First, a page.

- printing on dark papers has worked well for this subject
- cutting around the plate has worked well although I had to plan registration very carefully
- registration is not universally perfect but I am pretty pleased with it – it could easily have not worked at all
- the design has real drama and complexity
- the rainbow roll worked very well but I prefer the prints on black paper
- cutting and reducing this type of design was fun with lots of options.
- the brown kraft paper was very effective with this design but, since it came of a roll and curled, I couldn’t reliably register it for a second pass
- I tried to make the design my own but it is not that original
- it is very stereotypical linocut
- I have no ideas how to translate this kind of cutting into a less stylised subject.
4. Caustic Soda Etching
I prepared small test plates by:
- sanding and then cutting up a lino strip
- marking all with acrylic paint marker, latex masking fluid, candle wax, oil pastel as resists
- marking the pieces on the back with the time I was going to expose each to caustic soda mix
- preparing caustic soda by adding two teaspoons of wall paper paste and two teaspoons of soda to half a cup of water.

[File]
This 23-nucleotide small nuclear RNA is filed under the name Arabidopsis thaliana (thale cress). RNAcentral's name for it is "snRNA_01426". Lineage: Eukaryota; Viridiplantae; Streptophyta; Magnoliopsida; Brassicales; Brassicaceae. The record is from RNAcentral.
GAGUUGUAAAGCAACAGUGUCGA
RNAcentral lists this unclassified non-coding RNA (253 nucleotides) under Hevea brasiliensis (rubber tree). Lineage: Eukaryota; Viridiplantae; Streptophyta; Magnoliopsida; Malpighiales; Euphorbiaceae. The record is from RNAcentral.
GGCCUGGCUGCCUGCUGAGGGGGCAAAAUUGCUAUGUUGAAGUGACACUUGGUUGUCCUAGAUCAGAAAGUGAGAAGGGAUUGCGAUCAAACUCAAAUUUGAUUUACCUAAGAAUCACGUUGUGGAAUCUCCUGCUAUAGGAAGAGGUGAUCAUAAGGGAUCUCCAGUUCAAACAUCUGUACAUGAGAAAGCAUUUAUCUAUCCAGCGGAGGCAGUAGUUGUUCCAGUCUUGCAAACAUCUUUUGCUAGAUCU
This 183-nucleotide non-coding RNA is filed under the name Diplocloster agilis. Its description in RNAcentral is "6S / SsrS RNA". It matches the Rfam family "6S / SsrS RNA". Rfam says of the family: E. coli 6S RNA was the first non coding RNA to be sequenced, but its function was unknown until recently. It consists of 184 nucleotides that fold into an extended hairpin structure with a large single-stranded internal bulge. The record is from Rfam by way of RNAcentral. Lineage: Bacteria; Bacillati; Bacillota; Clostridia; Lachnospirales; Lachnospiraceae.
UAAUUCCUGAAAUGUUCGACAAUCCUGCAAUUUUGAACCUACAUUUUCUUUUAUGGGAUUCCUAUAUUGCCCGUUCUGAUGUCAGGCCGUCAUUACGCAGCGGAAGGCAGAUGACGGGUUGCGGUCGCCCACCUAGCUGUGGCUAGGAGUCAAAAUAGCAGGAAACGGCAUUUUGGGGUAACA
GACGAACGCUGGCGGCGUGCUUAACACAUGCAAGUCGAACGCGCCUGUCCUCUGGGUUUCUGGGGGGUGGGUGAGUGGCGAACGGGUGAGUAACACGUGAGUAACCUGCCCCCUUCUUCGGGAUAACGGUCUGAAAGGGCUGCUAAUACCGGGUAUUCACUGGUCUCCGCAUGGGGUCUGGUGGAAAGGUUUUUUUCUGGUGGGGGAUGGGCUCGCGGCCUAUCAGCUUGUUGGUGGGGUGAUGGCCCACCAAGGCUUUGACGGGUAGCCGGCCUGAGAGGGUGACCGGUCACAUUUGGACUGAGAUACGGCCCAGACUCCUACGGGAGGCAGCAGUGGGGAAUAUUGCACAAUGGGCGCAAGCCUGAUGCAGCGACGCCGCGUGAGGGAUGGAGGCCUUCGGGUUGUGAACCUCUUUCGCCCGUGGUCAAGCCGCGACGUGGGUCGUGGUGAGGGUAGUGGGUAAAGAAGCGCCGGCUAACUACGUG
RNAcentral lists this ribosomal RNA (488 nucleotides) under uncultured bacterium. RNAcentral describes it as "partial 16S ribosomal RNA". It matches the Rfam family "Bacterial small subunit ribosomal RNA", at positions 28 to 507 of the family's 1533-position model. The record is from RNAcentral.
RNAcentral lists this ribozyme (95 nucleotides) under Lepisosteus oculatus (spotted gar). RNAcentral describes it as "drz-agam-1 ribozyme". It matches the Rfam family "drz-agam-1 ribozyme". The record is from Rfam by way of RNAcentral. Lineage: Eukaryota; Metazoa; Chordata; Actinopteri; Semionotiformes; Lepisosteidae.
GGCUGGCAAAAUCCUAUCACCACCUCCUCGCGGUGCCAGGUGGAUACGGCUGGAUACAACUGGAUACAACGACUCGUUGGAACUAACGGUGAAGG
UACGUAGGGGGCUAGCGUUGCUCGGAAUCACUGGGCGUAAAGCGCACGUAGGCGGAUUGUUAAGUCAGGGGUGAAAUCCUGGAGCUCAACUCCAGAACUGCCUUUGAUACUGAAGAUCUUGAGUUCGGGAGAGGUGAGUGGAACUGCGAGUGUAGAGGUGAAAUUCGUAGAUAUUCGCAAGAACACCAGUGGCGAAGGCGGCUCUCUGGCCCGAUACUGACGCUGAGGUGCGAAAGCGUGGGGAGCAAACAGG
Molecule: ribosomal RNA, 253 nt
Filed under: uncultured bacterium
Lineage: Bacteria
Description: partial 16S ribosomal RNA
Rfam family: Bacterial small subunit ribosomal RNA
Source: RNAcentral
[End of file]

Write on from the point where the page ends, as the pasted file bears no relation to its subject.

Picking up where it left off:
The mixture was painted onto my test strips and they were left for half an hour, one hour, two hours, four hours and overnight. It was clear after a few hours that this solution wasn’t strong enough. The lino discoloured and changing texture a little, but not etching. The wax and latex masking fluid had successfully resisted the etch, the others hadn’t. I repeated the test but doubled the strength of the soda. I also tried scratching and cutting into the lino to see if this influenced the etch. This experiment was little better than the first. I repeated the test, but this time I made a supersaturated solution of caustic soda and dripping onto a lino plate without wall paper paste. I thought that either the paste was stopping the soda dissolving or was acting as a chemical buffer. This final test was no better. This is deeply frustrating because I know that Caustic soda etches lino; my husband has demonstrated this whilst unblocking a drain in the kitchen. Maybe Intaglio’s grey lino is better quality than my kitchen floor!